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Having dealt with high principles, the future of the House and a few other things in a debate that descended somewhat from my perspective, we now return to the detail of a Bill. In this group of amendments, we come to what we should be doing when we draft legislation. I am talking about the use of the English language and precision in the meaning of Bills.
That could be read all sorts of ways. It is very imprecise and it could be positively misleading. It could perfectly properly be saying that Natural England is a function of the Commission for Rural Communities, but that is not what the Bill is about at all. One has to read the script following on from that title to find out what this is about. I therefore have a problem with the use of this brand-name title for Natural England.
I know that the Minister will say that the predecessor organisations have chosen the name. They are perfectly entitled to have their say, but we are not dictating what they should call themselves but, in effect, we are writing their birth certificate. I have a birth certificate and, from time to time, I am called on to produce it to prove who I am, say, in a legal matter or sometimes in matters concerned with the Government. Nothing that appears on my birth certificate includes anything that I am normally called. That may seem to be a mystery, but it is no less a fact. I am called "Bill" by most of my close colleagues and that name does not appear on my birth certificate, and I am called "Lord Dixon-Smith" on more formal occasions and that does not appear on my birth certificate, but everyone knows perfectly well who I am.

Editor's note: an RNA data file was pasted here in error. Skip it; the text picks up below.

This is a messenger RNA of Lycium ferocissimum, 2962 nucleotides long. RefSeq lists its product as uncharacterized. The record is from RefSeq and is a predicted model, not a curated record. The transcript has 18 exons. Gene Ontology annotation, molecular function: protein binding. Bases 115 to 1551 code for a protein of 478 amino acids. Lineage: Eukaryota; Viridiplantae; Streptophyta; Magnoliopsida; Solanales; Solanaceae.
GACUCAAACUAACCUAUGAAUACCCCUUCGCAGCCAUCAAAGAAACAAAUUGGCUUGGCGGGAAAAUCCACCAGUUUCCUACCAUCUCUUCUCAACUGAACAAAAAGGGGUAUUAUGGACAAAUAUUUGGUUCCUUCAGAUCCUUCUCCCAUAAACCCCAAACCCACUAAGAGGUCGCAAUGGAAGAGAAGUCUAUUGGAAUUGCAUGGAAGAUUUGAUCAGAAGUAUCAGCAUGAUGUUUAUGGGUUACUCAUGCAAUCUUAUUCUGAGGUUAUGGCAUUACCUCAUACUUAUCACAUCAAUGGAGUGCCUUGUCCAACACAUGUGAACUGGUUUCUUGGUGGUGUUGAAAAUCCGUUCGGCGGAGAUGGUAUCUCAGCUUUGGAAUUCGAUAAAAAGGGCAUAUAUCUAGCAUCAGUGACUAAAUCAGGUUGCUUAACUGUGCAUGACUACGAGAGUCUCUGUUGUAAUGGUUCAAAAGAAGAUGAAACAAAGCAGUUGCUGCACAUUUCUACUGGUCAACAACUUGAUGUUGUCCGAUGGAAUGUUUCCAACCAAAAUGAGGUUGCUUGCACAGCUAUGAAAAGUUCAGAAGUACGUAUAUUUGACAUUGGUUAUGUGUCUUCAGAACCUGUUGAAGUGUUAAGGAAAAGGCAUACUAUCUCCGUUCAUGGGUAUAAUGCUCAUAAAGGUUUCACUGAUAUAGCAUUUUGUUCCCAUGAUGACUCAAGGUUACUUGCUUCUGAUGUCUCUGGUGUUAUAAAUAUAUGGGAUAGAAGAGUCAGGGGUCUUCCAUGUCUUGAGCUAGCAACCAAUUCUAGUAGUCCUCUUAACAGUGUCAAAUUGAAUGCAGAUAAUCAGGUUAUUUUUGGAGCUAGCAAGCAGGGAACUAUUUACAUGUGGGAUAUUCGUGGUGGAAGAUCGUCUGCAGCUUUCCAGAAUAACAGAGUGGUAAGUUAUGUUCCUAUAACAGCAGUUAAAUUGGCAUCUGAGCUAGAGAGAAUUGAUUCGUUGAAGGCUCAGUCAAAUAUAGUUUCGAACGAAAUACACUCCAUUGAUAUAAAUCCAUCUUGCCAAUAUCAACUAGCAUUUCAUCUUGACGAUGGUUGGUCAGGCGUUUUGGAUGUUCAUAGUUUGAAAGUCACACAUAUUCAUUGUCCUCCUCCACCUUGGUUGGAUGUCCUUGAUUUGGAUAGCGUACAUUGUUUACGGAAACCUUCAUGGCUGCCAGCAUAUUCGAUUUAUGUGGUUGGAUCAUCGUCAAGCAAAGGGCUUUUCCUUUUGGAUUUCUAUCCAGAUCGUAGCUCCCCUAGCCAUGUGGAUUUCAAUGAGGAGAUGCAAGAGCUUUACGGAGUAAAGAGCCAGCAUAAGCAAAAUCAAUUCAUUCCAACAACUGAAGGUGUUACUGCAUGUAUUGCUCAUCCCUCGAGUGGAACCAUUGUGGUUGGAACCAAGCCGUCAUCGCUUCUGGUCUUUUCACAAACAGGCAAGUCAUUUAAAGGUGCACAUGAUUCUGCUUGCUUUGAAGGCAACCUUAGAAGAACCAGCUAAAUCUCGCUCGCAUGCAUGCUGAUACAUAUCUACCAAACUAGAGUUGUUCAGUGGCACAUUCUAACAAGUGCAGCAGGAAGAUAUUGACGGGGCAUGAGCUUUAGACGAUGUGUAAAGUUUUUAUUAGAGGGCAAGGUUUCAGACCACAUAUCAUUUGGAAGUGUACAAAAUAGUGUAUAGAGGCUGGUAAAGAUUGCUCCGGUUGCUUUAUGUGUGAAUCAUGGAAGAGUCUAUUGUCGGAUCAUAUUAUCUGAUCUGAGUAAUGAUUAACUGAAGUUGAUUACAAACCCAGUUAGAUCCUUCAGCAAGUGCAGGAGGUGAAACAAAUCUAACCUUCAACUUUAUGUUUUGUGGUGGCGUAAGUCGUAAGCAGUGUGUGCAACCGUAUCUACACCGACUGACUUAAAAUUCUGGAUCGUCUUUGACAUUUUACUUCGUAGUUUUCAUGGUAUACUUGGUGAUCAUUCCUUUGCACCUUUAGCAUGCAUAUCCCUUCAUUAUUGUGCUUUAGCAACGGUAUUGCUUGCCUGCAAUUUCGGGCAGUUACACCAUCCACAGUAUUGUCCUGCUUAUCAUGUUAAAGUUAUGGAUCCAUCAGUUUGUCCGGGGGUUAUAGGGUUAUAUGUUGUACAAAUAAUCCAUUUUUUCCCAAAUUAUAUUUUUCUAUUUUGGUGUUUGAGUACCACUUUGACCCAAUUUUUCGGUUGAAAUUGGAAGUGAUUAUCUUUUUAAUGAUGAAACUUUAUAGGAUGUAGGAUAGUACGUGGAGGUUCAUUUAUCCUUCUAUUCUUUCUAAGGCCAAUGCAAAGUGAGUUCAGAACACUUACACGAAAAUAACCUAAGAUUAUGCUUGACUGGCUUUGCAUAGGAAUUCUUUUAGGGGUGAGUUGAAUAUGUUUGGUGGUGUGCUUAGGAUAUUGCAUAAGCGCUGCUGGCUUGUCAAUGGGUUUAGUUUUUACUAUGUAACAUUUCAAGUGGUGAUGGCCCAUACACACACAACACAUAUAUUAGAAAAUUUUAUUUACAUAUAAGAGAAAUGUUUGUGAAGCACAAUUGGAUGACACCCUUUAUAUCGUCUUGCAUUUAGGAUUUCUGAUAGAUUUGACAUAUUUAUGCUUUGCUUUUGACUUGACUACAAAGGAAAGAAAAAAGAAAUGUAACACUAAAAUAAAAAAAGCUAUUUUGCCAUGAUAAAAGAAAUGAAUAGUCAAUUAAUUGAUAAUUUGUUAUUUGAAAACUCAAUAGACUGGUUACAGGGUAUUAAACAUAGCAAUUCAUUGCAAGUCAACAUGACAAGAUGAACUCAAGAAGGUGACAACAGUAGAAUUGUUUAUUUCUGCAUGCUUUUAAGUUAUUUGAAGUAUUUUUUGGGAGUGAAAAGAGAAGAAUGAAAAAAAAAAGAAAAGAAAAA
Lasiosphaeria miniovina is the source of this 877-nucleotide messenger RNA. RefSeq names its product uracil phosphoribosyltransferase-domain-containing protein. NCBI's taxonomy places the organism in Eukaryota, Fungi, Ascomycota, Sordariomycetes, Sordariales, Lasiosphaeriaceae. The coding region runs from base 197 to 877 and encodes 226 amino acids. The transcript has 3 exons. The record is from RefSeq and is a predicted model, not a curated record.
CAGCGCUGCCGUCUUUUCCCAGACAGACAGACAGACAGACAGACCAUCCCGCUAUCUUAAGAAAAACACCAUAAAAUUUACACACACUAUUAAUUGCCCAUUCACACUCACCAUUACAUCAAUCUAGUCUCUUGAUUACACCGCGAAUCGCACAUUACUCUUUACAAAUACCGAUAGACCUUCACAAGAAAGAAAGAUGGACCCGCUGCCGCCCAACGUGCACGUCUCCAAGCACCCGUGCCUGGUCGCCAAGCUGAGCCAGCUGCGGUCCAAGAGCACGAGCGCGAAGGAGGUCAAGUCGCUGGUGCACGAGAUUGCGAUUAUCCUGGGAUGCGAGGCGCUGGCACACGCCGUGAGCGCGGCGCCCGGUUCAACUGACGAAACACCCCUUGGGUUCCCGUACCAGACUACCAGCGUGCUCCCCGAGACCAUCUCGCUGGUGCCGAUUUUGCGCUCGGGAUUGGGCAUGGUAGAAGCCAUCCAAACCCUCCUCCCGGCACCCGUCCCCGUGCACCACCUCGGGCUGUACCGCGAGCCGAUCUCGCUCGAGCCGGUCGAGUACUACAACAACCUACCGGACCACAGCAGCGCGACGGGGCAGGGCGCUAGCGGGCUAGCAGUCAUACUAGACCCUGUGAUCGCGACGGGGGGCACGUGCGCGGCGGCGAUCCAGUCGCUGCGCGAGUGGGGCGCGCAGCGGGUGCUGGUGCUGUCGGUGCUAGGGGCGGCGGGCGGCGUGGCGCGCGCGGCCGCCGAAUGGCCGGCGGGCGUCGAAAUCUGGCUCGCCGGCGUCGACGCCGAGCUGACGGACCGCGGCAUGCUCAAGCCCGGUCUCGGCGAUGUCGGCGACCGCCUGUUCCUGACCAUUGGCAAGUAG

The title "Natural England" is not a natural title; Natural England is not a natural body. It is a wholly artificial creation; it is a government agency. For the life of me, I cannot see why we do not call it that. Of course, if subsequently it decides that it wants to be
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called by some abbreviated name, that is perfectly all right and it can do that. Here we are dealing with legislation which should be both precise and clear. That is precisely what Part 1 of the Bill is not. I am sorry that it takes a group of 90 amendments to rectify the situation. Once again, I give my thanks to the Public Bill Office for its help in deciding all the places the Bill has to be amended so that it should appear before us in proper English, in a manner that can be understood.
When we discussed this matter in Committee, I put forward two different titles. This time I have put forward only one title. We should be consistent in what we are doing. I think Natural England should be called "Commission for Natural England". That would precisely describe what it is, an entirely human organisation, an entirely human creation, a government agency, or whatever one chooses to call it. "Commission for Natural England and the Commission for Rural Communities" would be a consistent and understandable title for Part 1 of the Bill. In my view,
Lord Carter: My Lords, we debated this matter in Committee. It would be a shame, when the Bill becomes an Act, if we sent this extremely important body into the world with a risible title. As I said in Committeethese are true storiesI mentioned this name to someone, who said that it sounded like a brand of yoghurt. The other day, I tried it on someone else, who said that it sounded like a health farm. The letter that the noble Lord, Lord Dixon-Smith, read out said it all; if we have the Commission for Rural Communities, why on earth can we not have the commission for natural England?